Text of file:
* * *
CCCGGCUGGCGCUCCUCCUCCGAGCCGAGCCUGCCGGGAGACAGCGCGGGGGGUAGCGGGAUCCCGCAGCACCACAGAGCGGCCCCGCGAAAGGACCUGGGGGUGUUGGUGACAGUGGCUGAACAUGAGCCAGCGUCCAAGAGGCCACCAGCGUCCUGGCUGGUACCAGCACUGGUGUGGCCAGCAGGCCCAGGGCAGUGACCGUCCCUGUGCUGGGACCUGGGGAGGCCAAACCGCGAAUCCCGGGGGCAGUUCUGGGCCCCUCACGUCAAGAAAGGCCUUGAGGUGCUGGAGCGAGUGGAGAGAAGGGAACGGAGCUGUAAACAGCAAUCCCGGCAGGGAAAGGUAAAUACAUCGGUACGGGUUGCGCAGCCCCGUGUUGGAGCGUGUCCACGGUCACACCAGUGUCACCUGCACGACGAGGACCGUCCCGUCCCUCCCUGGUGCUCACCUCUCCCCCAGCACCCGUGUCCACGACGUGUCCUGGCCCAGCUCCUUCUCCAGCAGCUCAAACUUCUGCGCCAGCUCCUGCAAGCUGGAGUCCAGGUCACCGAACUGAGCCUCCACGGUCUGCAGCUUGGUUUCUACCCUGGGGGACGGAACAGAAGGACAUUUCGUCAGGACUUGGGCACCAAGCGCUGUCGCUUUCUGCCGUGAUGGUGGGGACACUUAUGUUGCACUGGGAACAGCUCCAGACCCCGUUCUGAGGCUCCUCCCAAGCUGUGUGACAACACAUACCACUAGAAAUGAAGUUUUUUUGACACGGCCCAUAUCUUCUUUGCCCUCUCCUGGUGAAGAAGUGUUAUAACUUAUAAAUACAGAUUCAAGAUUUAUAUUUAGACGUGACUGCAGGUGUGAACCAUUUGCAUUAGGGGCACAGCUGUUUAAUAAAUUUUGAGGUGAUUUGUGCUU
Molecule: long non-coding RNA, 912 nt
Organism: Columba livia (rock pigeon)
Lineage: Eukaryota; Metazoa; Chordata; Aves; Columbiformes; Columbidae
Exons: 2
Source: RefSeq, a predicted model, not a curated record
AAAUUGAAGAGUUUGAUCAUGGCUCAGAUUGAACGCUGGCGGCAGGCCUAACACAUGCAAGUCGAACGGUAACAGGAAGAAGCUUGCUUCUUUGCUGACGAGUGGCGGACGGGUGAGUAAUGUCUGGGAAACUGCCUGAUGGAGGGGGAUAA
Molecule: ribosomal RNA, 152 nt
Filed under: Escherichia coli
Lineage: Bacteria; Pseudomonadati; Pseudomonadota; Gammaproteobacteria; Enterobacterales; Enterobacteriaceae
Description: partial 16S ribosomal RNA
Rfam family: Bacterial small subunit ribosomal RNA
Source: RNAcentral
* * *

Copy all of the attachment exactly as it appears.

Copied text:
CCCGGCUGGCGCUCCUCCUCCGAGCCGAGCCUGCCGGGAGACAGCGCGGGGGGUAGCGGGAUCCCGCAGCACCACAGAGCGGCCCCGCGAAAGGACCUGGGGGUGUUGGUGACAGUGGCUGAACAUGAGCCAGCGUCCAAGAGGCCACCAGCGUCCUGGCUGGUACCAGCACUGGUGUGGCCAGCAGGCCCAGGGCAGUGACCGUCCCUGUGCUGGGACCUGGGGAGGCCAAACCGCGAAUCCCGGGGGCAGUUCUGGGCCCCUCACGUCAAGAAAGGCCUUGAGGUGCUGGAGCGAGUGGAGAGAAGGGAACGGAGCUGUAAACAGCAAUCCCGGCAGGGAAAGGUAAAUACAUCGGUACGGGUUGCGCAGCCCCGUGUUGGAGCGUGUCCACGGUCACACCAGUGUCACCUGCACGACGAGGACCGUCCCGUCCCUCCCUGGUGCUCACCUCUCCCCCAGCACCCGUGUCCACGACGUGUCCUGGCCCAGCUCCUUCUCCAGCAGCUCAAACUUCUGCGCCAGCUCCUGCAAGCUGGAGUCCAGGUCACCGAACUGAGCCUCCACGGUCUGCAGCUUGGUUUCUACCCUGGGGGACGGAACAGAAGGACAUUUCGUCAGGACUUGGGCACCAAGCGCUGUCGCUUUCUGCCGUGAUGGUGGGGACACUUAUGUUGCACUGGGAACAGCUCCAGACCCCGUUCUGAGGCUCCUCCCAAGCUGUGUGACAACACAUACCACUAGAAAUGAAGUUUUUUUGACACGGCCCAUAUCUUCUUUGCCCUCUCCUGGUGAAGAAGUGUUAUAACUUAUAAAUACAGAUUCAAGAUUUAUAUUUAGACGUGACUGCAGGUGUGAACCAUUUGCAUUAGGGGCACAGCUGUUUAAUAAAUUUUGAGGUGAUUUGUGCUU
Molecule: long non-coding RNA, 912 nt
Organism: Columba livia (rock pigeon)
Lineage: Eukaryota; Metazoa; Chordata; Aves; Columbiformes; Columbidae
Exons: 2
Source: RefSeq, a predicted model, not a curated record
AAAUUGAAGAGUUUGAUCAUGGCUCAGAUUGAACGCUGGCGGCAGGCCUAACACAUGCAAGUCGAACGGUAACAGGAAGAAGCUUGCUUCUUUGCUGACGAGUGGCGGACGGGUGAGUAAUGUCUGGGAAACUGCCUGAUGGAGGGGGAUAA
Molecule: ribosomal RNA, 152 nt
Filed under: Escherichia coli
Lineage: Bacteria; Pseudomonadati; Pseudomonadota; Gammaproteobacteria; Enterobacterales; Enterobacteriaceae
Description: partial 16S ribosomal RNA
Rfam family: Bacterial small subunit ribosomal RNA
Source: RNAcentral